B2B Payments

Finding The B2B Connection In Accounts Payable Automation

While the B2B procure-to-pay arena has continued its pursuit of a consumer-like experience in product sourcing, online purchasing and payments, B2B payments have a long way to go before they mirror anything like the ease and speed of peer-to-peer (P2P) payments.

Apps like Zelle and Venmo have introduced heightened consumer expectations to be able to connect with their peers and send and receive funds within seconds. But the added operational burdens associated with accounts payable (AP) largely make this level of speed and efficiency impossible for businesses, particularly small and medium-sized enterprises that lack resources to automate their systems.

According to Pierre Dutaret, CEO and co-founder of France-based accounts payable FinTech Libeo, technology is vital to enabling small and medium-sized businesses (SMBs) to elevate their AP strategies. Yet just as important, he told PYMNTS in a recent interview, is focusing on establishing connections, not only between back-office systems, but between buyers and suppliers, to achieve a P2P-like experience.

Connecting The Back Office

Dutaret highlighted the frustrations that many SMBs face when managing payments in a professional setting in a world in which consumer payments have become so efficient.

"Today, you can pay a friend in a second for free by using a mobile payment app," he said. "For businesses, it takes 10 minute and costs an average of 22 euros."

The lack of automated technologies at SMBs' disposal, he added, creates a "waste of time, human errors, and an erratic version of finances."

Historically, small businesses spend too much time manually keying in invoice and payments data to pay invoices and record those financial transactions, leaving professionals to toggle from their online banking portals, accounting platforms, email inboxes, ERP systems and more — often entering in the same information again and again.

Just as P2P payment apps have been able to bolster the user experience by looping directly into users' bank accounts, Dutaret said Libeo aimed to bring SMBs this efficiency by creating a "hybrid layer" technology that sits on top of existing bank accounts and back office systems, enabling its AP automation tool to integrate via APIs with ERP and accounting platforms, while also supporting integrated SEPA payments direct from bank accounts.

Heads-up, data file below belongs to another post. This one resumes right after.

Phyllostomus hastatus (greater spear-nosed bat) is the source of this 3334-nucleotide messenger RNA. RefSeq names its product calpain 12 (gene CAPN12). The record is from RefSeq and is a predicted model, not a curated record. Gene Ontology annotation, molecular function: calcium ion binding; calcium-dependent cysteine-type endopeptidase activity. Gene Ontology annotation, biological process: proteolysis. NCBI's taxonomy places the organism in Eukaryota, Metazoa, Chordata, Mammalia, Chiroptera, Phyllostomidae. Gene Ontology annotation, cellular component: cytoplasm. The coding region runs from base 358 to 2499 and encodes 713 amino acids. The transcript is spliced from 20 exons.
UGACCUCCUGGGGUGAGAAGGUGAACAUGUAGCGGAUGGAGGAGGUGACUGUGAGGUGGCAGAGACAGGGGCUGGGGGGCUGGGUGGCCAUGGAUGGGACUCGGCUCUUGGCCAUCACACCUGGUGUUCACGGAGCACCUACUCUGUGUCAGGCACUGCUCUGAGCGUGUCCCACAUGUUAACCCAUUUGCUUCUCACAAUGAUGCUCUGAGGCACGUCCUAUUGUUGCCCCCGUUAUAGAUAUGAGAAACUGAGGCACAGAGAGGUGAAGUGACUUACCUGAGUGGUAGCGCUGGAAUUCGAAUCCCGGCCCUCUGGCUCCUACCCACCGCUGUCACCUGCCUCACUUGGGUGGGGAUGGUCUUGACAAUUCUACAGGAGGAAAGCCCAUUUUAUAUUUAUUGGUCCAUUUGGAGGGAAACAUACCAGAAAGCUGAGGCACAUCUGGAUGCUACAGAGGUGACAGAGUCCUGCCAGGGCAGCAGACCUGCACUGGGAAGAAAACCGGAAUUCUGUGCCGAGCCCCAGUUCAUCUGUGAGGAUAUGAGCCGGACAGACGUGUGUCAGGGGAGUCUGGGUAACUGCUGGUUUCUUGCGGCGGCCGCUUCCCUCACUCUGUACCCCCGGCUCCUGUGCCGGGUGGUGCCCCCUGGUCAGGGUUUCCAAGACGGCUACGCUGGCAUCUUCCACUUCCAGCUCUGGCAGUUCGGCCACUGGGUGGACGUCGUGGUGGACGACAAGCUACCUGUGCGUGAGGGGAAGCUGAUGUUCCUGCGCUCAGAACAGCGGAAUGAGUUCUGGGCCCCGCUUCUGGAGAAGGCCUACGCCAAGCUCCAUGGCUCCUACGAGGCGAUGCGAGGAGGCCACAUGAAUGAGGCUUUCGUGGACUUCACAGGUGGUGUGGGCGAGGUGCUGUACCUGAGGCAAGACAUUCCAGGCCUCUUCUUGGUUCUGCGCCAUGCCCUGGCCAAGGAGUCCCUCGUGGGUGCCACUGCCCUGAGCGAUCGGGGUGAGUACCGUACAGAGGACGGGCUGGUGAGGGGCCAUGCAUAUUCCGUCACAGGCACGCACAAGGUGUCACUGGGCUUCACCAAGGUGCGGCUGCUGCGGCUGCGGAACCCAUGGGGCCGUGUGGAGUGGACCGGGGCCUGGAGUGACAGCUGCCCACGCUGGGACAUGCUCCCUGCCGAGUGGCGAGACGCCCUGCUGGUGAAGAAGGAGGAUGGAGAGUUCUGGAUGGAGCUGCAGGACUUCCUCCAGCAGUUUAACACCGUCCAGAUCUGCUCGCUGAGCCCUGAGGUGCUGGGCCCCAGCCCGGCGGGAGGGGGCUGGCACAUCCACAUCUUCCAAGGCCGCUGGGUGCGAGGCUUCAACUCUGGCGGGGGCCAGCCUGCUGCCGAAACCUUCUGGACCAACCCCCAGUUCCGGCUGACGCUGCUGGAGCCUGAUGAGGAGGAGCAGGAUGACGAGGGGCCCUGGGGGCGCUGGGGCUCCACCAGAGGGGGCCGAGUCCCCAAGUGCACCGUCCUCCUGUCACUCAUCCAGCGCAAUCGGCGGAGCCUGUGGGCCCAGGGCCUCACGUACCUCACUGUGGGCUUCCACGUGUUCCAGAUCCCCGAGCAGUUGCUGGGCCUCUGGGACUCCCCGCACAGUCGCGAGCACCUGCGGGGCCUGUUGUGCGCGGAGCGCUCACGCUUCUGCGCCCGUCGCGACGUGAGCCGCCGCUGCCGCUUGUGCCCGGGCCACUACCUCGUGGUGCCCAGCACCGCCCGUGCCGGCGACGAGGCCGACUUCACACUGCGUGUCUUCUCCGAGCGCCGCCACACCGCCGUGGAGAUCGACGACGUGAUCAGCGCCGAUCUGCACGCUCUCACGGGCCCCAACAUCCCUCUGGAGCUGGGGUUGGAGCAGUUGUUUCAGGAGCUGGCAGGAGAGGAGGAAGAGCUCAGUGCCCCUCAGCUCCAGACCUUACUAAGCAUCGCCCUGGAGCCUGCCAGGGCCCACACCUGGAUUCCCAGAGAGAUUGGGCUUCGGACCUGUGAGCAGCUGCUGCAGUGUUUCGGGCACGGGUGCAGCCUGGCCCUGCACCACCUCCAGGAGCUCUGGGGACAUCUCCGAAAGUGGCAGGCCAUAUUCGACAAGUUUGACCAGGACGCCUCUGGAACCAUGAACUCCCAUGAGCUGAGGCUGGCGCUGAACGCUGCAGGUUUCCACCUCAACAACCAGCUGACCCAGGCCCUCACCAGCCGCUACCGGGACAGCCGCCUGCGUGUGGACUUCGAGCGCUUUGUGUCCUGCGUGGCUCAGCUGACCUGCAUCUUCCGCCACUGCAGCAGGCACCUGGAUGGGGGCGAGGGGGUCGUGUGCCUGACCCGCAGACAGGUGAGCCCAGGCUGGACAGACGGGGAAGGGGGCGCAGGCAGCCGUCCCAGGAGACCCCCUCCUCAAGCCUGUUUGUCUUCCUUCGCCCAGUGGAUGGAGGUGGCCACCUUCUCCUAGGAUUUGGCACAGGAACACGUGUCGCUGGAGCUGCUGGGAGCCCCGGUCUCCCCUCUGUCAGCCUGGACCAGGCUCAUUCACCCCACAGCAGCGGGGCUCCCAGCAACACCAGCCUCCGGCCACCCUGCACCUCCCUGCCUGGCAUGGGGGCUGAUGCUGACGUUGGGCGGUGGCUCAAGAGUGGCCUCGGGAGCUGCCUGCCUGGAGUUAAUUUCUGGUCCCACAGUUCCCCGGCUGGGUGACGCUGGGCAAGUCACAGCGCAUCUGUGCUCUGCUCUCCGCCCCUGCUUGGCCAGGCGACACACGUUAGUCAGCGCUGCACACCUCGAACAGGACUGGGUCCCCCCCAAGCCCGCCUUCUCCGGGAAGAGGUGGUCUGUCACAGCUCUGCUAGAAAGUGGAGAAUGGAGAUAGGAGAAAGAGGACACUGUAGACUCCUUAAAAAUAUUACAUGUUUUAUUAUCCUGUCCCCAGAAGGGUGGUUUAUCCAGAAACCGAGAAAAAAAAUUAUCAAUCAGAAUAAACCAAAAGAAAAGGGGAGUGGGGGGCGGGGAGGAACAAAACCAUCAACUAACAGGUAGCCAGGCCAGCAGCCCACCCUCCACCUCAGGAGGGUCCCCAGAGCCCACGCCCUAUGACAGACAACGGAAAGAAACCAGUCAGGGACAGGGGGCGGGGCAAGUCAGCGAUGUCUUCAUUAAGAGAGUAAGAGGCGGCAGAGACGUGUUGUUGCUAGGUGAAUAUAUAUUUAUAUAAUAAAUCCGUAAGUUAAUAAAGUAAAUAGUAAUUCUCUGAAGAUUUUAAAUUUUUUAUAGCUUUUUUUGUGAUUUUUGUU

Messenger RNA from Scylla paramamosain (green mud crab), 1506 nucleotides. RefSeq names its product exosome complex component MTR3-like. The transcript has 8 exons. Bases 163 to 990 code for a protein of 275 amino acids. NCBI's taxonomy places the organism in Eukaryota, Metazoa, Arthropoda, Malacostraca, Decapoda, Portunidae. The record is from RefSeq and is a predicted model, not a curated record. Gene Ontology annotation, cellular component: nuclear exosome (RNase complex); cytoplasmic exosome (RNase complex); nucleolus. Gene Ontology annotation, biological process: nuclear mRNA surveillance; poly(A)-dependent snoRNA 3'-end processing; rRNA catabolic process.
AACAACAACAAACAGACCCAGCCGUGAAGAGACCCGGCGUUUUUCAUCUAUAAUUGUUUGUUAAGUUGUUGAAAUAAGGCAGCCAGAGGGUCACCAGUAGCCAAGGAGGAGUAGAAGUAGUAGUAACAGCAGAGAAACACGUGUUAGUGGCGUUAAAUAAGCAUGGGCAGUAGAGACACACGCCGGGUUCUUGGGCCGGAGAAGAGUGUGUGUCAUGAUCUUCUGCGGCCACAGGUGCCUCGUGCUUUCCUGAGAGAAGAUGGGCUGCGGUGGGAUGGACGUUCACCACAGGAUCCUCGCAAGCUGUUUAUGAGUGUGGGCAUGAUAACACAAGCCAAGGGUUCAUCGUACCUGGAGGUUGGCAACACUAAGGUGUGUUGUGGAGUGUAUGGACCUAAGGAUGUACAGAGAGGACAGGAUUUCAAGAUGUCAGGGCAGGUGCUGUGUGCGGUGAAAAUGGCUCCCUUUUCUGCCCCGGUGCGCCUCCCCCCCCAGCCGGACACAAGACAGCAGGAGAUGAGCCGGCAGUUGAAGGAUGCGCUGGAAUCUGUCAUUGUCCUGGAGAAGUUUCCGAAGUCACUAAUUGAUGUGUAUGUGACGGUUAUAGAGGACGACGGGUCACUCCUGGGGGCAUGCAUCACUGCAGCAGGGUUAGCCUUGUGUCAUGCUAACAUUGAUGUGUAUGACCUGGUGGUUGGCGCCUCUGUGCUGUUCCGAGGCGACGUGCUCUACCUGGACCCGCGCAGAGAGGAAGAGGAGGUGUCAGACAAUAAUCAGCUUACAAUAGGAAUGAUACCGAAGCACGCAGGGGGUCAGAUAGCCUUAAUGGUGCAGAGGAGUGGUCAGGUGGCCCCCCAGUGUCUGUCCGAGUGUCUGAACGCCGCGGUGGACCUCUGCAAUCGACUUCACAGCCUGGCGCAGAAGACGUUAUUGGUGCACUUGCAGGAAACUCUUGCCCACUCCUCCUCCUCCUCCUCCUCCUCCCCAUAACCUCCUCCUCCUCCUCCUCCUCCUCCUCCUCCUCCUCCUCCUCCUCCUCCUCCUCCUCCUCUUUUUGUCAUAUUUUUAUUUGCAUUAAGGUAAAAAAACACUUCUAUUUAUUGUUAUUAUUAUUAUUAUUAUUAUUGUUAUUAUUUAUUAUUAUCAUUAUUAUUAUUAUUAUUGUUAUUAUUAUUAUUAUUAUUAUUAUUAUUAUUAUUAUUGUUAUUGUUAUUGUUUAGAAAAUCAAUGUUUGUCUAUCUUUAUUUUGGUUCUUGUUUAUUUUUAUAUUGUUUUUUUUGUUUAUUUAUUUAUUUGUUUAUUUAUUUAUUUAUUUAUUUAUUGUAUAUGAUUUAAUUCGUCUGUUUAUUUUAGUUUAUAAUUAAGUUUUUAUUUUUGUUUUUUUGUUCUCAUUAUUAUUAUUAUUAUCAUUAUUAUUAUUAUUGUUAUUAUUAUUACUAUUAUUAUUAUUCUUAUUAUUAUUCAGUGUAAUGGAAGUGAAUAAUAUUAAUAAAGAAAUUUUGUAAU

The company's technology recently caught the attention of investors: earlier this month Libeo announced a $4.32 million funding round led by U.K.-based LocalGlobe, as well as Breega and angel investors.

Connecting Buyers And Suppliers

Bank connectivity is important to addressing the workflow silos of traditional procure-to-pay processes, but optimized accounts payable processes cannot be achieved without SMBs and their technology providers also addressing friction on the supplier side.

According to Dutaret, ensuring connectivity not only with buyers' bank accounts, but with suppliers' as well, enables vendors to receive funds where they want to receive them. By addressing operational inefficiencies on the AP side, small business buyers are better able to support the cash flow needs of their vendor base, too.

"In Europe, one-quarter of bankruptcies are caused by payment delays," he said, also pointing to the lack of information vendors need to process payments, like bank reference numbers, as another key area of friction B2B suppliers face.

Enabling B2B payment efficiencies means enhancing the connection between buyer and supplier. While accounts payable may never fully evolve into a process that exactly mirrors that of a P2P payments mobile app, by ensuring integration of payments and data in buyers' back offices, and by promoting connectivity between buyers and suppliers, B2B financial transactions can better achieve the same efficiencies that digital P2P transactions do.

"It's all about communication, [and ] having the right, secured data," said Dutaret. "Good relationships between client and supplier are good for business."



The How We Shop Report, a PYMNTS collaboration with PayPal, aims to understand how consumers of all ages and incomes are shifting to shopping and paying online in the midst of the COVID-19 pandemic. Our research builds on a series of studies conducted since March, surveying more than 16,000 consumers on how their shopping habits and payments preferences are changing as the crisis continues. This report focuses on our latest survey of 2,163 respondents and examines how their increased appetite for online commerce and digital touchless methods, such as QR codes, contactless cards and digital wallets, is poised to shape the post-pandemic economy.